Bouquets and brickbats
By J Mulraj — Nov 21-28, 2020
The Government needs to be complimented for several achievements. Last week, for example, 3GPP, a global standards body, approved the Indian navigation system, NaVIC, developed by ISRO. India becomes the 4th country, after US, Russia and China, to have its own GPS system, a signal achievement (pun intended).
Similarly, in defence manufacture, long neglected by previous Governments, India’s Russian Joint Venture has successfully produced Brahmos, a hypersonic missile. This has now been tested, and proven, for land, air and sea use, and has developed an export market to Philippines, for example. It is best in class, globally. Other indigenously developed weapons system like the Agni 5 long range missile, Prithvi air defence shield, Tejas, a 4th generation lightweight multirole combat aircraft, Akash SAM and others, are commendable achievements, lowering both the cost and the dependency, on imports.
Yet there are areas where more needs to be done, there always will be. Let’s see three of them:
Financial sector – changing goalposts and lax supervision:
DHFL, a defaulting NBFC, was taken into liquidiation, and bids were invited for the company, attracting offers from the likes of S C Lowy, a HK based privately owned banking group which is a market leader in distressed debt and high yield bonds, Piramal, Oaktree and others. After bids were closed, the Resolution Professional changed the goalpost, and asked for another round of bidding. As a result, S C Lowy is looking to pull out of the bidding.
Such changing of goal posts does not inspire investor confidence, nor, indeed, does retrospectively changing laws and should not be resorted to.
This is on top of a judicial system that is famously slow in resolving disputes (our world ranking in settling commercial disputes is abysmally low, in Ease of Doing Business) and a lax supervision and enforcement system. An RTI inquiry revealed that, in the past 5 years, only 2 of the 72 fugitive economic offenders have been caught.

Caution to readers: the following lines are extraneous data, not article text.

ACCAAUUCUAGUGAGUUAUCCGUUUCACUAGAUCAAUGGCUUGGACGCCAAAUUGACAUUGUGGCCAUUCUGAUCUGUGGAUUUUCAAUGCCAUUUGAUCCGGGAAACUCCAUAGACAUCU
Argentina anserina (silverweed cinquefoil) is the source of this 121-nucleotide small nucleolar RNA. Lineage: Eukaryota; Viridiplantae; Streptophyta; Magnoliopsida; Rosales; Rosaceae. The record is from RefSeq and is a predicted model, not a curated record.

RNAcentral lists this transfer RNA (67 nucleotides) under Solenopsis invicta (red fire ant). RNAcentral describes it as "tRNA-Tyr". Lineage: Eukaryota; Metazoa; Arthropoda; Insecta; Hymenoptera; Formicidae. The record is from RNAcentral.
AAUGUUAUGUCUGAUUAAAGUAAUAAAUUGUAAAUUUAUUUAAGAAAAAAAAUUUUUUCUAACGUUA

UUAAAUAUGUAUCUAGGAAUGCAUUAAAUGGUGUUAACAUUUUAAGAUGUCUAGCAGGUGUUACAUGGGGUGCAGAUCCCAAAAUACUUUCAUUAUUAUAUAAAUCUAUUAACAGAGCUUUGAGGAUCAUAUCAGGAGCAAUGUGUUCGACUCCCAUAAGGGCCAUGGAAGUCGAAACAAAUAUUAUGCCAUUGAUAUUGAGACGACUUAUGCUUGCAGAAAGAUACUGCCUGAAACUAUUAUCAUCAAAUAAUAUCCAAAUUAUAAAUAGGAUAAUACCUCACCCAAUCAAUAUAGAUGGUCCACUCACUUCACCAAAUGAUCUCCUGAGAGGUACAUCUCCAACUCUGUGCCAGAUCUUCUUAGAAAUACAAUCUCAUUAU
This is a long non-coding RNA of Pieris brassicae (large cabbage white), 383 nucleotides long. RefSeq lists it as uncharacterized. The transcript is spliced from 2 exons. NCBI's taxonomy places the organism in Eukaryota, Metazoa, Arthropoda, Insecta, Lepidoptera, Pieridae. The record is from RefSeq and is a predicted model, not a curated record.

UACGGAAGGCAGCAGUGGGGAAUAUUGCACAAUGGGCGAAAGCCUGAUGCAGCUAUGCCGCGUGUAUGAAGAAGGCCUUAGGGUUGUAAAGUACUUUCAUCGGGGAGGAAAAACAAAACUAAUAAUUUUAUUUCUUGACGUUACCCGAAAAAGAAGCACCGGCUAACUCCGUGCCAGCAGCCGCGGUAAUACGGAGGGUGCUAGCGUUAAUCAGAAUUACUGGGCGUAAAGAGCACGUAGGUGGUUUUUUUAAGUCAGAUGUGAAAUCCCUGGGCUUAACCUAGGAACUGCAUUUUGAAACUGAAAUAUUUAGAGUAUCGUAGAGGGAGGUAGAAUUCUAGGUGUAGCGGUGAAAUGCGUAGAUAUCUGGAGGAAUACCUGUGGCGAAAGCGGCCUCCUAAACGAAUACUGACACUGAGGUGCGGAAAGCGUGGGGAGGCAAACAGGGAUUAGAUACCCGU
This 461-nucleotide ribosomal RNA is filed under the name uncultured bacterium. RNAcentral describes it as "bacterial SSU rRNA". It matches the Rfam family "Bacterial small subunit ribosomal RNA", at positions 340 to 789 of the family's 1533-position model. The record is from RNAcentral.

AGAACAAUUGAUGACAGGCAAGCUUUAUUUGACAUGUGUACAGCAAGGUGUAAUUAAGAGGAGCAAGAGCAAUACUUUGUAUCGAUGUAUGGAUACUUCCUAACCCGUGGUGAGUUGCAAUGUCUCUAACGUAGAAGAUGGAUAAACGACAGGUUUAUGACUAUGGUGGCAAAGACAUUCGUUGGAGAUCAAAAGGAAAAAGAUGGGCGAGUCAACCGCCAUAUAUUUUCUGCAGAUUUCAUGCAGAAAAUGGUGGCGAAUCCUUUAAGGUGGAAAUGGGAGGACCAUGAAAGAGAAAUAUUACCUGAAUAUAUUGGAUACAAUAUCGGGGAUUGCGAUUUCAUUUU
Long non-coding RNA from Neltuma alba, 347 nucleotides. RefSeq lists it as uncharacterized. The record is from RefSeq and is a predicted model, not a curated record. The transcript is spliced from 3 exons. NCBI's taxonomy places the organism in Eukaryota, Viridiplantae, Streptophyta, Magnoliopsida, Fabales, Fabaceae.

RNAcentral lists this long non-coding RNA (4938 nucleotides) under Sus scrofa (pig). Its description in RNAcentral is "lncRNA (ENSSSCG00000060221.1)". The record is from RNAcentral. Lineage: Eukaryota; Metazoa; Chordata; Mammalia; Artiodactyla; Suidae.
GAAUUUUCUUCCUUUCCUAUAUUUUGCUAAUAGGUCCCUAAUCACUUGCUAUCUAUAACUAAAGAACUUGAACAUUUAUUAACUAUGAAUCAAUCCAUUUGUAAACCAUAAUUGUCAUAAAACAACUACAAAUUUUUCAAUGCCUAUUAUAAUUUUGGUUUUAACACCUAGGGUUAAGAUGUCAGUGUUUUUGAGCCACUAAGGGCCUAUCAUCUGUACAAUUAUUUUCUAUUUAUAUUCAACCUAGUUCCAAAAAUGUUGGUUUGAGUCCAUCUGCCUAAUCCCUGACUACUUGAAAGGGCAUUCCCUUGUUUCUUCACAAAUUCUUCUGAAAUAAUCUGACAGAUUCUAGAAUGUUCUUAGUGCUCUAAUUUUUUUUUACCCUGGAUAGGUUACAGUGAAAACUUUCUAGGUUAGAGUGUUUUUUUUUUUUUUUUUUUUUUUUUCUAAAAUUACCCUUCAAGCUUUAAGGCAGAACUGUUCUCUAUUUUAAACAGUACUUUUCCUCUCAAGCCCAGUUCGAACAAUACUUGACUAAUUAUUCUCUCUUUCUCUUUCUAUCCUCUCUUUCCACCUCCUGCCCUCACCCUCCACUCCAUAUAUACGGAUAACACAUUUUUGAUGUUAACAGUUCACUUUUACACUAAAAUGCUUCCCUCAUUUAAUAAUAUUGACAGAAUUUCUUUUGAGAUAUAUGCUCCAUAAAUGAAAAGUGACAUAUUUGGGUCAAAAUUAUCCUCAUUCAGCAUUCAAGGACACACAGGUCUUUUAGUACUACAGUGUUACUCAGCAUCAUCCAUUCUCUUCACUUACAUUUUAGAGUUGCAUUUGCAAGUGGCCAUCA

Policy makers seeking foreign investment and asking the mirror, mirror on the wall, who is the fairest of them all, should listen to the reply and course-correct.
As developed countries are seeking to reduce their China dependency, emerging markets are giving sops to attract greater Foreign Direct Investment (FDI). Towards this end, India has reduced corporate tax rates to highly competitive ones, and has recently introduced a production-linked-incentive (PLI) scheme in certain industries. The stumbling blocks left are the penchant to change rules of the game midway, the desire to alter laws retrospectively, the slow enforcement of contracts and the delays in enforcing international arbitration awards. These need to be seriously and immediately looked at.
Urban Planning – making homes unaffordable
Affordable housing is every country’s dream, and Governments make several efforts to achieve it. Most countries welcome foreign investors into housing, to increase supply, but this often leads to speculative ups and downs of prices. So, Australia, for example, permits foreign investors to invest in only ‘land up’ or greenfield projects, not in already constructed housing. This helps create new supply and reduce the volatility in the real estate market.
Indian laws, instead, strangely put curbs on supply. Two examples are the Rent Act, brought in as a temporary measure, but now made permanent because of vested interests of politicians. As a result, buildings are poorly maintained (no revenue for proper maintenance) and sometimes collapse, killing many. Also, it constricts freedom of movement, a constitutional right, because, to move to another location and rent a home is more expensive than it needs be. Another hurdle, as pointed out by R N Bhaskar, is the restriction on FSI. Whilst other countries have far higher FSI, e.g. Bahrain (17), New York (15), Chicago (13), in Mumbai it ranges from 1.33, for most of the city, going up to 4 at BKC, and the highest is 5.95 in Salt Lake City in Kolkata.